MARINE CATERING: Trimline interview with Catering Insight

MARINE CATERING INTERVIEW WITH SIMON DAWKINS

A life on the ocean waves will necessitate some kind of catering facilities on most ships, whether for passengers or crew. But what special considerations must be taken account for designing and installing galleys and the associated equipment? And is this a flourishing market?

Well according to Trimline, which bills itself as the longest established interior refitter in the industry, having been formed in 1965, the passenger ship sector looks positive. Commercial manager Simon Dawkins detailed: “As the cruise market in particular grows, we have seen an increase in the demand for refitting front-of-house and back-of-house catering facilities. In addition to galleys, we are asked to construct bespoke serveries, coffee stations, waiter stations, etc. We also replace and maintain existing equipment.”

USPH COMPLIANCE

With the maritime industry being so global, Dawkins underlined: “If a ship docks in the US, then all food-related equipment must be USPH (United States Public Health) compliant. Twice a year, USPH sanitation inspectors conduct inspections when cruise ships are in a US port. If standards are not met, this often leads to the firing of the shipboard food and beverage department head/manager, so it is imperative that all equipment we supply is compliant.

“Even ships that do not visit the US are adopting these guidelines as best practice and the feeling is that Europe will soon follow suit with a similar set of regulations.”

Naturally, all onboard catering equipment must be securely fixed to the deck, but in terms of other design considerations, Dawkins revealed: “For front-of-house catering furnishings there is often a struggle between functionality and aesthetic appeal. We work closely with the ship’s designer and F&B manager to reach a compromise which is functional without losing the integrity of the design.”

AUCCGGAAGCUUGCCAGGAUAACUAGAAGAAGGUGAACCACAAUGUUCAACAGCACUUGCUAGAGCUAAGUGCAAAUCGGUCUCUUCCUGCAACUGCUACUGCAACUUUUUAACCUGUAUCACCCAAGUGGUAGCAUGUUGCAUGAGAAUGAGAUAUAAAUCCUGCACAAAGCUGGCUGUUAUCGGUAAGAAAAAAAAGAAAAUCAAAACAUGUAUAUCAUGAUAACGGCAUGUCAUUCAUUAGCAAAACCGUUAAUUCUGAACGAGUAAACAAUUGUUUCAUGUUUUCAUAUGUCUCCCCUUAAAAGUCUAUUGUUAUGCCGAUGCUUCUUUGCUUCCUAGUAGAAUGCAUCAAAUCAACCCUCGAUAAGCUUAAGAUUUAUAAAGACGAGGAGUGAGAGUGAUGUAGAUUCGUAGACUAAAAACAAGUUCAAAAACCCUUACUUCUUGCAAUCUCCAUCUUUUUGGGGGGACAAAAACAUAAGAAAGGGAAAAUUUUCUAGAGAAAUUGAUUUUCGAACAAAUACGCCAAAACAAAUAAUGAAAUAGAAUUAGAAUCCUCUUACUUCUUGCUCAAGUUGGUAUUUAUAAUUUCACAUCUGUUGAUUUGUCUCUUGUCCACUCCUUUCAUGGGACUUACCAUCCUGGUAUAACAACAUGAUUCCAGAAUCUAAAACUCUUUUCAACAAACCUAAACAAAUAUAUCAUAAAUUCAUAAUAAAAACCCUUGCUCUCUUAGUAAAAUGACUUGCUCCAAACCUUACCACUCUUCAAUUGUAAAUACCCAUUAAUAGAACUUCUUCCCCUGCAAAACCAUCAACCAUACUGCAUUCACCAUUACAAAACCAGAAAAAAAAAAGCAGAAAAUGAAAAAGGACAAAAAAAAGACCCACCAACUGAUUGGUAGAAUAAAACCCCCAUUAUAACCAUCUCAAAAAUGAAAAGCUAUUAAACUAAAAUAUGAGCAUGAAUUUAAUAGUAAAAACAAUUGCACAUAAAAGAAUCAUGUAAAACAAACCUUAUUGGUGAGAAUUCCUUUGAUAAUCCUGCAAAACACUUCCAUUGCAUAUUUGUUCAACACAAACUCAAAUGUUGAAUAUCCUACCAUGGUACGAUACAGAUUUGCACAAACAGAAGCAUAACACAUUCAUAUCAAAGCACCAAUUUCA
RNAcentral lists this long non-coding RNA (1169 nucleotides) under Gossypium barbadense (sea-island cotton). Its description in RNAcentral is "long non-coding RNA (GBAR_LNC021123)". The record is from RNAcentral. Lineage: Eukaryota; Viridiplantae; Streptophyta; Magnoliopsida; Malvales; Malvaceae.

FOOD TRENDS ONBOARD CRUISE SHIPS

Cruise ships in particular are keen to pick up on the trends of the foodservice sector on dry land. Therefore Dawkins analysed: “In recent years we have seen ships reducing the traditional fast food outlet options and instead mimicking the High Street with increased availability of coffee shops, sushi bars and gelato outlets. As more and more people turn to cruising, they expect to have the same food/drink available as at home.

CRUISE INDUSTRY GROWTH

“January 2019 has opened with 124 ships on the forward-looking cruise ship orderbook, extending through 2027. The cruise industry is projected to continue to grow throughout 2019 with an estimated 30m travellers expected to cruise, up 6% from 28.2m in 2018, so the cruise industry is likely to continue to follow the High Street with its catering offerings.”

trimline demo kitchen with marine catering equipment

READ THE CATERING INSIGHT ARTICLE

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